It is common for most people to fear being alone. It might be because they’re afraid that once they’re alone they will hate the person they are with. That isn’t why I’ve hated being alone. I’ve previously hated being alone because I was being left, someone was removing themselves from me. That’s what caused hurt and discomfort. If I’m alone to start, I’m just fine. It gives me a lot of time and space to notice myself more. I learn more when I’m not focused on anything external. 

I fear if I commit myself too much to solitude people will forget me. I’ll pass on building deep relationships, and one day I’ll die.


I winked at you, but I don’t remember when. I just remember doing it. You think you’re special, but I do this often. I promise I’m not attempting to make you think that I’m more special or interesting than I am. 

*“I’m not going anywhere, so I’m on board with waiting as long as I have to. I’m happy we met and I’m excited to get to know you.”*

You have no plans today

—liking yourself today will be critical.

You make calculated decisions. You’re making a choice every time. It doesn’t need to be the right choice every time, but the power is yours every time. You decided what is right and wrong. You must live with how these decisions add up.

You wake up earlier now, or you’re trying. Some mornings are smoother than others meaning that the pen moves or the keyboard clicks. One morning this week, you made coffee, wrapped yourself in your blanket and stared at the screen. You’re telling yourself that it is all okay. It is all part of it. This week was more frustrating, because you considered everything you wrote to be trash. You tell a friend about the content and he says, “keep journaling,” not to minimize it but to remind you of the distinction between writing and journaling. He’s right. Despite the wild freedom you have, there are certain topics to keep experiencing and ruminating on.

You step onto the patio and play “Thinning Out” on your iPhone. You look up to the hooks left by the previous tenant, look inside for the electric outlet on your bedroom wall, and look back at the hooks to guess how long of an extension cord you’ll need to hang a string of lights. You decide you’ll start looking for a bistro set after you have a bed-frame.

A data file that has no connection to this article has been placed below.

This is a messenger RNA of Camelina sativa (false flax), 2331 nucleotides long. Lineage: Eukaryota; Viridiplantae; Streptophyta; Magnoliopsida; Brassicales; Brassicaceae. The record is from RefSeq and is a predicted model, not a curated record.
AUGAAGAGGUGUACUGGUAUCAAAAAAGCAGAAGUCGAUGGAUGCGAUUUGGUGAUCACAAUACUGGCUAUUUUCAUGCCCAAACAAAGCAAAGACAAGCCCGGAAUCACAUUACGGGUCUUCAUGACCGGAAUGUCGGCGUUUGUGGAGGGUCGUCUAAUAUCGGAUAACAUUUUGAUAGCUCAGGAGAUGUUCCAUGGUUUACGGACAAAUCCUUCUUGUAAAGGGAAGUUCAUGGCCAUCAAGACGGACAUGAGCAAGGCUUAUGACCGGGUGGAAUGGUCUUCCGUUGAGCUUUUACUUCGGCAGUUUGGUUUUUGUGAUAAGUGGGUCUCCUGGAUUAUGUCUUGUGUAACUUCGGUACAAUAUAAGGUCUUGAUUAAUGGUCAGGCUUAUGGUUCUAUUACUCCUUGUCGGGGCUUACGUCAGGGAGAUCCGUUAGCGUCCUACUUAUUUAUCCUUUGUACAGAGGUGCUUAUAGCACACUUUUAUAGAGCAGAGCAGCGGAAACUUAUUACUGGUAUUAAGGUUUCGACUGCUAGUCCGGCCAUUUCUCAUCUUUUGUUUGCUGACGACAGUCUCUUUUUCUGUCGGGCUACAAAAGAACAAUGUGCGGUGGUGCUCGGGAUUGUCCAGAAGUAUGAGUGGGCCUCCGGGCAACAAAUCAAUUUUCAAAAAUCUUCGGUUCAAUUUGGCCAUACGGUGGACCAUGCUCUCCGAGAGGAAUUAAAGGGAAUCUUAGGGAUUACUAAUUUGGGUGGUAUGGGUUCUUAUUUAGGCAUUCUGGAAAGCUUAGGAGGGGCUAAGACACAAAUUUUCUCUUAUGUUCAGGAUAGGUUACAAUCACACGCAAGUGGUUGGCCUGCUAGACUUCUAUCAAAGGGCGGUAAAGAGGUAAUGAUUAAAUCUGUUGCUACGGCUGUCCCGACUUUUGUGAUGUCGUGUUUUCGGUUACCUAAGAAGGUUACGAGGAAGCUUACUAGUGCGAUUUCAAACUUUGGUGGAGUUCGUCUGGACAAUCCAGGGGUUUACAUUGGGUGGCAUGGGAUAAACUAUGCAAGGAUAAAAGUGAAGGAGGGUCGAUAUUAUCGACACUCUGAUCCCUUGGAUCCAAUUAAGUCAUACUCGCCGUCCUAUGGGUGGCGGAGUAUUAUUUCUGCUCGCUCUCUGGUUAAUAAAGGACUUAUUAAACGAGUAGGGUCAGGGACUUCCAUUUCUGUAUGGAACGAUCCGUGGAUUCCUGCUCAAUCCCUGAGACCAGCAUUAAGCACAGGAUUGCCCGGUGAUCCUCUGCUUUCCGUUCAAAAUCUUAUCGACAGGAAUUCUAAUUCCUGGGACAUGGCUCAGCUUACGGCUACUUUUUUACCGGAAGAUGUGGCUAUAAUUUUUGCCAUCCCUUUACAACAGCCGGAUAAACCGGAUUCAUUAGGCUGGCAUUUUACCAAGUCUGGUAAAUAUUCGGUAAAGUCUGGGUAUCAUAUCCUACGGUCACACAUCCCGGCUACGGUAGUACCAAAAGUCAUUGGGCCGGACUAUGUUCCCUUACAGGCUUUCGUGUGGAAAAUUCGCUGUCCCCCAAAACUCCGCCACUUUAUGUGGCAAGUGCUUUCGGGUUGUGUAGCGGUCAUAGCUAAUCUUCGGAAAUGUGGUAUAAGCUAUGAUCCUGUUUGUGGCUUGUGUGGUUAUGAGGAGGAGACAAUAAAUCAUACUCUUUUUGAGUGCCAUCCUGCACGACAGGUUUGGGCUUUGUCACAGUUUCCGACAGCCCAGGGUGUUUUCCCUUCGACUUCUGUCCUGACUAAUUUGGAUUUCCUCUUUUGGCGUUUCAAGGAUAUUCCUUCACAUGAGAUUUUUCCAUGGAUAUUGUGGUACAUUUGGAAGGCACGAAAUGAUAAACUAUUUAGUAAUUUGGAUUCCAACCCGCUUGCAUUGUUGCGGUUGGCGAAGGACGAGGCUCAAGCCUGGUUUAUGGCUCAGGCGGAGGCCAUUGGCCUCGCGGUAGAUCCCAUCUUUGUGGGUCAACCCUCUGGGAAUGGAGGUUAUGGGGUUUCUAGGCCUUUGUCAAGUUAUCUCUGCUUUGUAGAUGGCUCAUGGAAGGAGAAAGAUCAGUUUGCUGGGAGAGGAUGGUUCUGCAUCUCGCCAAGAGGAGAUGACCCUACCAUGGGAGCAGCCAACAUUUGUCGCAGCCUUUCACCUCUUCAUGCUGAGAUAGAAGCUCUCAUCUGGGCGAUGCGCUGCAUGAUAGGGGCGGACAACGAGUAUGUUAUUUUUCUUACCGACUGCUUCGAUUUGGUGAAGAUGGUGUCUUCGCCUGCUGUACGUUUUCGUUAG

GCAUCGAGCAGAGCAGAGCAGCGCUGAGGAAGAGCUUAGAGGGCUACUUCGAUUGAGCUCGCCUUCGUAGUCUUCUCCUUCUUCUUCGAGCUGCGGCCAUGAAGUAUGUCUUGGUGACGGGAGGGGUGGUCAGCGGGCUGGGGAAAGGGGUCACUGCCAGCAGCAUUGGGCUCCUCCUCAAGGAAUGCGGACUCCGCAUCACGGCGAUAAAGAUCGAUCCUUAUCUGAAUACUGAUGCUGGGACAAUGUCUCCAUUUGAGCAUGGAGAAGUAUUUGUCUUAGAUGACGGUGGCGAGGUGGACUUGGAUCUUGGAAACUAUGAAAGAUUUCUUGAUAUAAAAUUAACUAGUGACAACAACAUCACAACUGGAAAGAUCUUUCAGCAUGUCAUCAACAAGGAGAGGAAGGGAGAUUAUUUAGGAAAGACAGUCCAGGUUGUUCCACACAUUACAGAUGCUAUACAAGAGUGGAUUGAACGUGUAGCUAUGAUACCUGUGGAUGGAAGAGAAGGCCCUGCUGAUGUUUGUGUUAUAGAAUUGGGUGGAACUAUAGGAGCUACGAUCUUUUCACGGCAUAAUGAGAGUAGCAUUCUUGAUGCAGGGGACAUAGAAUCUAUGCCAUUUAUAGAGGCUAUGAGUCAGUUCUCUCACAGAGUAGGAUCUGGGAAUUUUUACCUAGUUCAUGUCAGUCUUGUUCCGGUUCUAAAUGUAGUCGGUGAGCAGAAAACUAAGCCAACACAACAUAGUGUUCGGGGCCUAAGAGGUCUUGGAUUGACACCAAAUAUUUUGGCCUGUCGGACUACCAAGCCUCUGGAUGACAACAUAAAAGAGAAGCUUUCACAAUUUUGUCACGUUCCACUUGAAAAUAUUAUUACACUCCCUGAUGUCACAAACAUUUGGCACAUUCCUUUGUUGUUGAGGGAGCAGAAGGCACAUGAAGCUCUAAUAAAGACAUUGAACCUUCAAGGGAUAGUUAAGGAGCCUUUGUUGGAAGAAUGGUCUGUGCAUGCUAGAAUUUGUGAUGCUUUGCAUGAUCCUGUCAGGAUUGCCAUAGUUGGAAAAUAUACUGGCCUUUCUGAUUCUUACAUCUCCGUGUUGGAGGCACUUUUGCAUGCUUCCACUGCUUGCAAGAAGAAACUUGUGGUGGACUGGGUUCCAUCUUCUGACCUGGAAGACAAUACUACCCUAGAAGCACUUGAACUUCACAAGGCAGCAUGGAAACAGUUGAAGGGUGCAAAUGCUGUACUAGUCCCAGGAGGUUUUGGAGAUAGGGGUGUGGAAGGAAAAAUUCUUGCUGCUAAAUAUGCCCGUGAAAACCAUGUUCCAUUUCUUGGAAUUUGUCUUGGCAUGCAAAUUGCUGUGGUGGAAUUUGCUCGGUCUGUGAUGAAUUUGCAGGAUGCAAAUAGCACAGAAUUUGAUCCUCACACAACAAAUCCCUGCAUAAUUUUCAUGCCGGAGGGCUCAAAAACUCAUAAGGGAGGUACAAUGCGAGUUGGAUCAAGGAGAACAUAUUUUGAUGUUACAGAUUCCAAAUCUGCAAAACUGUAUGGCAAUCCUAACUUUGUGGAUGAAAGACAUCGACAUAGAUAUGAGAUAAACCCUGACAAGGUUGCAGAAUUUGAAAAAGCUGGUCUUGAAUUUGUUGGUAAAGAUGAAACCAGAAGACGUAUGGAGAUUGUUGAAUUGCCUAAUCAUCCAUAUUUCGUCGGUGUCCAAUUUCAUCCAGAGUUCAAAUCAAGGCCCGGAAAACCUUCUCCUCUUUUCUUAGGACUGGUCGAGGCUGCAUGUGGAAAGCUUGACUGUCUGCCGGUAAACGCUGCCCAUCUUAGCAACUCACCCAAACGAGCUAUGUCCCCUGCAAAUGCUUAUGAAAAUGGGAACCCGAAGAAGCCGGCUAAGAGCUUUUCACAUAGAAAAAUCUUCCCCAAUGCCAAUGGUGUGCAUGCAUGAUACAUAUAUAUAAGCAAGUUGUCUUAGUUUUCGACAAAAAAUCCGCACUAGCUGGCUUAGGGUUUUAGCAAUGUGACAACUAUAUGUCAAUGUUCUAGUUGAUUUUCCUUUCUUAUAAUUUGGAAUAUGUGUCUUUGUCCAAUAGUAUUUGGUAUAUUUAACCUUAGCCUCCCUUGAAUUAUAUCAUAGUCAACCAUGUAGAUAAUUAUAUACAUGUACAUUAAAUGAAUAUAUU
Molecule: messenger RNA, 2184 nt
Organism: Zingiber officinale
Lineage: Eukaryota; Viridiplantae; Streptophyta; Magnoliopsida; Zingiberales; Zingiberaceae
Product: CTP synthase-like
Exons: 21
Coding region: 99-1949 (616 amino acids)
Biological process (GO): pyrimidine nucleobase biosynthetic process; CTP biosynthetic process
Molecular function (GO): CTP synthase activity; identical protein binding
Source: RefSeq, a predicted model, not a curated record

A whole afternoon and part of an evening can be devoted to finishing a good book. You finish the book after you nearly finish an entire frozen pizza. 

It’s common for you to get to know strangers. It is new to you to consider how much of yourself you can give away in these conversations and how much should remain close to you. How much of you can you allow to be available, right now?

You pause, again. You’re still stopping yourself. You look at your iPhone and Headspace has pushed a reminder to your screen — “When you find yourself resisting something or someone, rather than allowing yourself to be distracted, gently lean into it.” This is impeccable timing. You force your attention back to your work.

You might need to eat sandwiches for a few meals this week. You need to stop being paranoid and checking your bank account multiple times per day. Repeat, “you’re ok,” to yourself out loud a few times. Keep acknowledging that you are saving for pieces of furniture and artwork you truly love and a home does not need to be “finished,” home will be built slowly. 

Twice this week, you realized you wanted to be at home. This is progress from feeling societal pressure to be “out having fun.” 

You’re leaving a lot of space for joy to exist by going slowly. It’s noticeable how comfortable you’re getting with being yourself no matter the situation. There is a relief to not living carefully, not needing to be overly considerate of each action for approval. There is the opportunity to show all sides of your personality as you please. Perhaps, step zero for being in solitude requires that you like yourself. 

Writing isn’t lonely (it is done alone). There is always something to absorb the overthinking and emotion. This is a small cheat and it’s available every minute of the day. If another person isn’t there to listen, if whatever you’re saying doesn’t need to be heard but simply released from you, write it. It will be trash to disregard or it will solidify a thought. You find validation in this. Harriet the Spy taught you this skill and you started utilizing it in middle school. There have been many bursts of this behavior, and you never notice when you stop, but thankfully you’ve managed to stay in it for several years now. Now that you’re doing it more often, you’re able to manifest the magic feeling it gives you, relaxed and tingling simultaneously.  

You feel grateful and proud. No one will ever take this time away. Ever.

hard rain